Bill for cell phone tapping vs 4 crimes now in Senate plenary
MANILA — A bill expanding exemptions to the Anti-Wiretapping Law has reached the Senate plenary, a measure largely supported by lawmakers who back moves to boost law enforcement capabilities against drugs, robbery, money laundering and other crimes.
Sen. Panfilo Lacson, chair of the Senate committee on public order and dangerous drugs, brought to the Senate floor on Wednesday afternoon a bill consolidating four similar measures seeking to amend the antiquated law penalizing wiretapping of private communication.
In his sponsorship speech, Lacson cited the imperative of amending the Anti-Wiretapping Law of 1965 to enable law enforcers to intercept communication of suspects tagged in a wider spectrum of crimes.
“I think it is a must that our law enforcement agencies and the military are able to prevent and detect crimes by being able to intercept communications, conversations, discussions, data, information, messages in whatever form, kind or nature, spoken or written words through the use of electronic, mechanical or other equipment or device or technology now known or may hereafter be known to science,” Lacson said.
“These days, kidnappers no longer use landlines to negotiate ransom with relatives of their victims or in talking to each other…. They use text messaging. They use cell phones not only because that is our our technology today, but they are probably aware that their communication is not likely to be intercepted by law enforcement agents. Landlines, Mr. President, are already a thing of the past,” he said.
Senate Bill No. 1210, or the proposed Expanded Anti-Wiretapping Act of 2016, allows authorities to eavesdrop on suspects involved in five more crimes: coup d’état, conspiracy and proposal to commit coup d’état; robbery in band as defined and penalized by Articles 294, 295, 296, 299 and 302 of the Revised Penal Code; brigandage or highway robbery; violations of the Comprehensive Dangerous Drugs Act of 2002; and violations of the Anti-Money Laundering Act of 2001.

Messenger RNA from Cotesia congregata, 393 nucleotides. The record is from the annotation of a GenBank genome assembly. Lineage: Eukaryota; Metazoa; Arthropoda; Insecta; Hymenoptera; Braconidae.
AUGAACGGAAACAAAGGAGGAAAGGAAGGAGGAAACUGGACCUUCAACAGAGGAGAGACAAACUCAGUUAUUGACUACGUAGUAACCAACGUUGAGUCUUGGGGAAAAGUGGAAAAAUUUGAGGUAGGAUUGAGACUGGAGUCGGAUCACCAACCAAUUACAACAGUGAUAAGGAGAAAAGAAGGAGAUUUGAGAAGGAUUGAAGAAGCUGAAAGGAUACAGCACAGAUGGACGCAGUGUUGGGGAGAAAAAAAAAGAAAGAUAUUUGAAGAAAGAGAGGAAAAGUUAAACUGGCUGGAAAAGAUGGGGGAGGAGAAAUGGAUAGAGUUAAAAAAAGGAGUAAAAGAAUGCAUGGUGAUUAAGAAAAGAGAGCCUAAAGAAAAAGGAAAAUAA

Currently, the law only grants exemptions to the wiretapping ban in “cases involving the crimes of treason, espionage, provoking war and disloyalty in case of war, piracy, mutiny in the high seas, rebellion, conspiracy and proposal to commit rebellion, inciting to rebellion, sedition, conspiracy to commit sedition, inciting to sedition, kidnapping as defined by the Revised Penal Code, and violations of Commonwealth Act No. 616, punishing espionage and other offenses against national security.”
“Though inclusion of additional crimes may appear to open wider gates towards the curtailment of the right to privacy, I encourage our distinguished colleagues to view the said amendment rather as a vital tool in enhancing crime prevention and suppression,” Lacson said.
Under the proposed law, wiretapping may only be allowed if granted authorization by a regional trial court, and only there is proven reasonable ground that the subject of the wiretap may be involved in the exempt crimes, if evidence to be gathered by wiretapping is is crucial, and if “there are no other effective means readily available for obtaining such evidence,” Lacson said. SFM/rga
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